A big thanks to all who came out Monday night and joined us in what was a lively conversation on Growing Food Democracy: Connecting Global Lessons to Local Action. I was thrilled to see such interest and to meet so many people in the Bay Area so deeply engaged in the work of building a just and sustainable food system.
As the sun crested the Berkeley hills early yesterday, I logged on to the Washington Post’s live feed of its daylong conference, The Future of Food. For the next 8 hours, I enjoyed a veritable feast of thoughtful, well-evidenced and deeply inspiring calls to embrace a new agriculture, rooted in community and ecological resilience. The messengers included the Prince of Wales — who seamlessly knitted together the challenges of our failing global food system with a clear vision for the future — Eric Schlosser, Wendell Berry, Vandana Shiva and many more.
Farmers are the stewards of the land; sadly, politics often dictate how they farm. In the coming days, Congress will make decisions on funding priorities for 2012, and dramatic cuts to soil conservation programs are being proposed.
We cannot afford to let this happen. Our nation’s ability to produce adequate healthy food, and to protect vital air and water resources, depend on how we treat the soil. Cutting soil conservation programs now will have devastating consequences long into the future. Call your Congressmember today and let them know healthy soil is well worth the modest investment.
Cherry blossoms are in full bloom here in Washington D.C. where I’ve spent the last few days participating in the Ecumenical Advocacy Days’ national conference for Global Peace with Justice. Along with some 700 participants, I heard inspiring stories of social justice work being carried out by communities of faith in the U.S. and around the world. Also on display were two under-appreciated facts that the U.S. food movement is slowly coming to appreciate: 1) the deep ties of communities of faith are critical to social change-making; and 2) women farmers are and will remain the real roots of global agriculture.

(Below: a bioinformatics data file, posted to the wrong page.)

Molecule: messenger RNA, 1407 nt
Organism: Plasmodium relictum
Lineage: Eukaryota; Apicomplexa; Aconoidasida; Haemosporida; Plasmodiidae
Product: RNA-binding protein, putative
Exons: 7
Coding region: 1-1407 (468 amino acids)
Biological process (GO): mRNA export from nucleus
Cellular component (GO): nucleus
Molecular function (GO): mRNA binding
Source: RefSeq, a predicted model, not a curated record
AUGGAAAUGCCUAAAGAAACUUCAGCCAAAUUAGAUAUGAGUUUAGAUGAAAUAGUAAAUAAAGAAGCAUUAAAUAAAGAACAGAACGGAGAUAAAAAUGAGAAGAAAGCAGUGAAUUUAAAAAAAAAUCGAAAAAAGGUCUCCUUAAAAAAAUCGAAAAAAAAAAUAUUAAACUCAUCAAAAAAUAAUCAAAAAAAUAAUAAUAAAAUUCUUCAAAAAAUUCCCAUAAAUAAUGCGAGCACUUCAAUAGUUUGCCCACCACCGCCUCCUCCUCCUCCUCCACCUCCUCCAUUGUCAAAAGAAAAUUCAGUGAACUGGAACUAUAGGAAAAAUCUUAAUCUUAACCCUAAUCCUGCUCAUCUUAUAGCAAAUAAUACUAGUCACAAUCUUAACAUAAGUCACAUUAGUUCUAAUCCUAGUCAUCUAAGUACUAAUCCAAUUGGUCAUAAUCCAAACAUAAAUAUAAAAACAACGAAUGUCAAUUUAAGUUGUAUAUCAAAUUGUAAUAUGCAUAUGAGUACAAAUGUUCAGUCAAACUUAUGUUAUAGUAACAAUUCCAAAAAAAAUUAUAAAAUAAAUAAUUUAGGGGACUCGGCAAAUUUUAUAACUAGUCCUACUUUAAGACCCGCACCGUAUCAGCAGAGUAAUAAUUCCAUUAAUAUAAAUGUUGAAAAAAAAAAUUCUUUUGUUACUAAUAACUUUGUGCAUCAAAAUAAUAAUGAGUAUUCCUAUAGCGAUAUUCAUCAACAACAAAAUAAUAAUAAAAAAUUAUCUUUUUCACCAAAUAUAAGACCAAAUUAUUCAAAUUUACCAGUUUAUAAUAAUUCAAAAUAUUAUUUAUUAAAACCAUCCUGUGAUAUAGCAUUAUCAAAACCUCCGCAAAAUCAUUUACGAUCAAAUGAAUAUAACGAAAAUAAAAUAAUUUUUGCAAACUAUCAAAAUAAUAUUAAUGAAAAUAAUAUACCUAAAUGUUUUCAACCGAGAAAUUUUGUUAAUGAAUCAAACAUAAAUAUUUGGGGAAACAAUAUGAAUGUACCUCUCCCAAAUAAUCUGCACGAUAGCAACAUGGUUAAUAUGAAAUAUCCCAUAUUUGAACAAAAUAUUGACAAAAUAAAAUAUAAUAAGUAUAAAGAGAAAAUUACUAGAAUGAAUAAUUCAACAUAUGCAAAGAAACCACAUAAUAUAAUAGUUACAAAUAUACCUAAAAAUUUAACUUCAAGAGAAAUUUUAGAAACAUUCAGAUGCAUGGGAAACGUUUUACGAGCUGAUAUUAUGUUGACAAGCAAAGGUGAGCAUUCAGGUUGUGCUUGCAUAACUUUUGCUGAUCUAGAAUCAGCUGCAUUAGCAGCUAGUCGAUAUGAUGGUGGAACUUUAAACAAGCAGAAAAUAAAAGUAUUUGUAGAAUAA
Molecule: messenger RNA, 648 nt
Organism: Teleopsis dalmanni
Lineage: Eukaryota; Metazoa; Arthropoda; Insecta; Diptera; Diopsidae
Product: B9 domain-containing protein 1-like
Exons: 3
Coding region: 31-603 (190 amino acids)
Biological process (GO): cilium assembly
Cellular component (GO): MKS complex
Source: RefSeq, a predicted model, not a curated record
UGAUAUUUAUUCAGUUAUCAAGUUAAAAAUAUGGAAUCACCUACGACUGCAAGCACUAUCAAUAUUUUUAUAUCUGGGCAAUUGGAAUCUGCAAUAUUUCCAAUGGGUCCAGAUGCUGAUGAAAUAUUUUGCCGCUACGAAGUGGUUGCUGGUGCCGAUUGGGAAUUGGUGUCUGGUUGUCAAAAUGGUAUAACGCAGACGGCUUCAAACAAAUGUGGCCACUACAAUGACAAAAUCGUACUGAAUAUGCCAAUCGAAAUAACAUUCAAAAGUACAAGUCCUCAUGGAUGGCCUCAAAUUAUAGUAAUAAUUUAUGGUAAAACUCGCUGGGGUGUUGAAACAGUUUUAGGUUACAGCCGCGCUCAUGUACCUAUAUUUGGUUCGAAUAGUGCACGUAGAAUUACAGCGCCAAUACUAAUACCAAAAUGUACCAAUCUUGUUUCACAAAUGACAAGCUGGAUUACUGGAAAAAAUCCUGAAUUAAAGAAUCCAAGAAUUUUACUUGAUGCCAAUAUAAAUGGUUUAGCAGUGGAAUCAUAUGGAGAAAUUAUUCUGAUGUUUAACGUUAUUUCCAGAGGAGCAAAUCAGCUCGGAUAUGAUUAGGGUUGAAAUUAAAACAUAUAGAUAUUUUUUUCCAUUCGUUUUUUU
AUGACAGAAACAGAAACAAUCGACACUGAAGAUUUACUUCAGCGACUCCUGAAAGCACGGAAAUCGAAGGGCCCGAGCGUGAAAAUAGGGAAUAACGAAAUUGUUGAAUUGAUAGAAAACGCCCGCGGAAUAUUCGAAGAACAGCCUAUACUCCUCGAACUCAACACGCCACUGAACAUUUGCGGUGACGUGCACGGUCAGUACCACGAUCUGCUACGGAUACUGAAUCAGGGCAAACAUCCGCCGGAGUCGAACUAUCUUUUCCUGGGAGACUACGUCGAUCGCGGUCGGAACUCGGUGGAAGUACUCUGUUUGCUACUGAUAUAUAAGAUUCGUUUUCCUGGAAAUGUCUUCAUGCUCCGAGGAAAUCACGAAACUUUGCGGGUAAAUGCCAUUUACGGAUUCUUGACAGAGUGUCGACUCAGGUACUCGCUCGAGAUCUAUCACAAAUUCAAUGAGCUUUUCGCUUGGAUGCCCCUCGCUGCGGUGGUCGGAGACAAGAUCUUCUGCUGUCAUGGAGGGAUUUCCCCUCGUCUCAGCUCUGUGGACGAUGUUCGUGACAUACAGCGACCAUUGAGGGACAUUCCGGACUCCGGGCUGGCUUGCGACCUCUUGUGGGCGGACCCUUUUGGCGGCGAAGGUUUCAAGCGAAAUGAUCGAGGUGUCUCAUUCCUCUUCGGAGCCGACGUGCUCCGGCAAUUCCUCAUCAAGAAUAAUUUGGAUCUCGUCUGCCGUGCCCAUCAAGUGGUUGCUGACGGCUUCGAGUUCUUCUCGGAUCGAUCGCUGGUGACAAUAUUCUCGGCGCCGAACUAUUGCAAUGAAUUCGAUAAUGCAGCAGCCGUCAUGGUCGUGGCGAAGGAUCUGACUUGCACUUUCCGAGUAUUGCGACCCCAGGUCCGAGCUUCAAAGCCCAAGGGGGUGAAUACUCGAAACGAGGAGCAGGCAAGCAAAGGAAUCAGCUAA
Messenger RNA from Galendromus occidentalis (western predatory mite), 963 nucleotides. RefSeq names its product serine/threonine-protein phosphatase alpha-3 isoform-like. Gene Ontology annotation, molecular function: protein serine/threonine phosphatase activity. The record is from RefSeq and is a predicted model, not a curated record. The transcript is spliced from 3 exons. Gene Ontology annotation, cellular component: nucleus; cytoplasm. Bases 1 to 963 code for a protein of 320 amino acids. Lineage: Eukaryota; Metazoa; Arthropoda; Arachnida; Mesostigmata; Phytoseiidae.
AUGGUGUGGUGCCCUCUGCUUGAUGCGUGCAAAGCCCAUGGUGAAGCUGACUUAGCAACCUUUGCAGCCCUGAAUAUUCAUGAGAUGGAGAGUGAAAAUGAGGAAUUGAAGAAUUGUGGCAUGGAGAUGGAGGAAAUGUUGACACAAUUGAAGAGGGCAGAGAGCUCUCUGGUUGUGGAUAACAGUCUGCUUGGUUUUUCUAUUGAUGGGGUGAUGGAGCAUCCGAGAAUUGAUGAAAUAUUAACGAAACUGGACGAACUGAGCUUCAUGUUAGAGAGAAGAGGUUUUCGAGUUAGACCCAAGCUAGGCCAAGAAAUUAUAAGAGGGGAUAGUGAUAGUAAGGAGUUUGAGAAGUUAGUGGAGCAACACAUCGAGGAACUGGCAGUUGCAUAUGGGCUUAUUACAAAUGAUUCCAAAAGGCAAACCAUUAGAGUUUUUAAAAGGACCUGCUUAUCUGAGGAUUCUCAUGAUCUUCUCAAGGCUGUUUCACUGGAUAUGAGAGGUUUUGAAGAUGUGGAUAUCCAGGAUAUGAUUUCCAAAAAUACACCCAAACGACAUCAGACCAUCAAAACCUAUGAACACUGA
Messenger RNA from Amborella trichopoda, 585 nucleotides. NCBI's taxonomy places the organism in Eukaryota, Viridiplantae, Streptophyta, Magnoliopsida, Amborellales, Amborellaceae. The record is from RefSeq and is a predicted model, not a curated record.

A new UN report released today is making headlines: Agroecological farming can double food production within 10 years, while mitigating climate change AND alleviating poverty.
Yes!! I was elated to read the morning’s coverage of this highly anticipated report from the UN Special Rapporteur on the Right to Food, Olivier de Schutter. I've been writing on the very real need to prioritize policy support for and investments in agroecology for quite some time, but it is truly encouraging to see such a clear, affirming statement coming from the UN.
With tobacco, lead and alcohol we ultimately acted with precaution when the science on human health effects raised red flags – and we’ve saved millions of lives.
So what do you call it—wise, fiscally responsible, necessary?— when we act to promote farm practices that protect the natural resources that allow us to produce abundant, healthy food, even though the science on just how this is accomplished is not yet complete? Organic or ecological agriculture promises to do this and more. It also helps maintain vibrant rural economies and save lives by providing nutrient-rich food and eliminating the use of highly hazardous pesticides. Scientists now know that it can also help mitigate climate change.
In a new report, the U.N.'s Food and Agriculture Organization (FAO) stressed the need to transform agriculture and adopt “climate-smart” practices. No news there. The real surprise is what "climate-smart" ag does not mean for FAO.
Two successful organic producers were among those recently recognized for pest control innovation by California officials. The state's Department of Pesticide Regulation (DPR) announced recipients of its Integrated Pest Management (IPM) Innovator Awards last month, and among the awardees were Dixon Ridge Farms and Bonterra (Fetzer) Vineyards. I was delighted to see the two award winners featured again last week at the annual EcoFarm conference, a three-day gathering of thousands of organic growers, input providers, processors, distributors, academics, government agencies, non-profit organizations and eaters near Monterey, California.
Taxpayers care how federal money is spent on agriculture. We want the government to spend more to help farmers conserve natural resources, produce safe food and develop their communities — and less on direct commodity payments and price supports. This according to a study out of Oklahoma State University just released by the National Sustainable Agriculture Coalition (NSAC).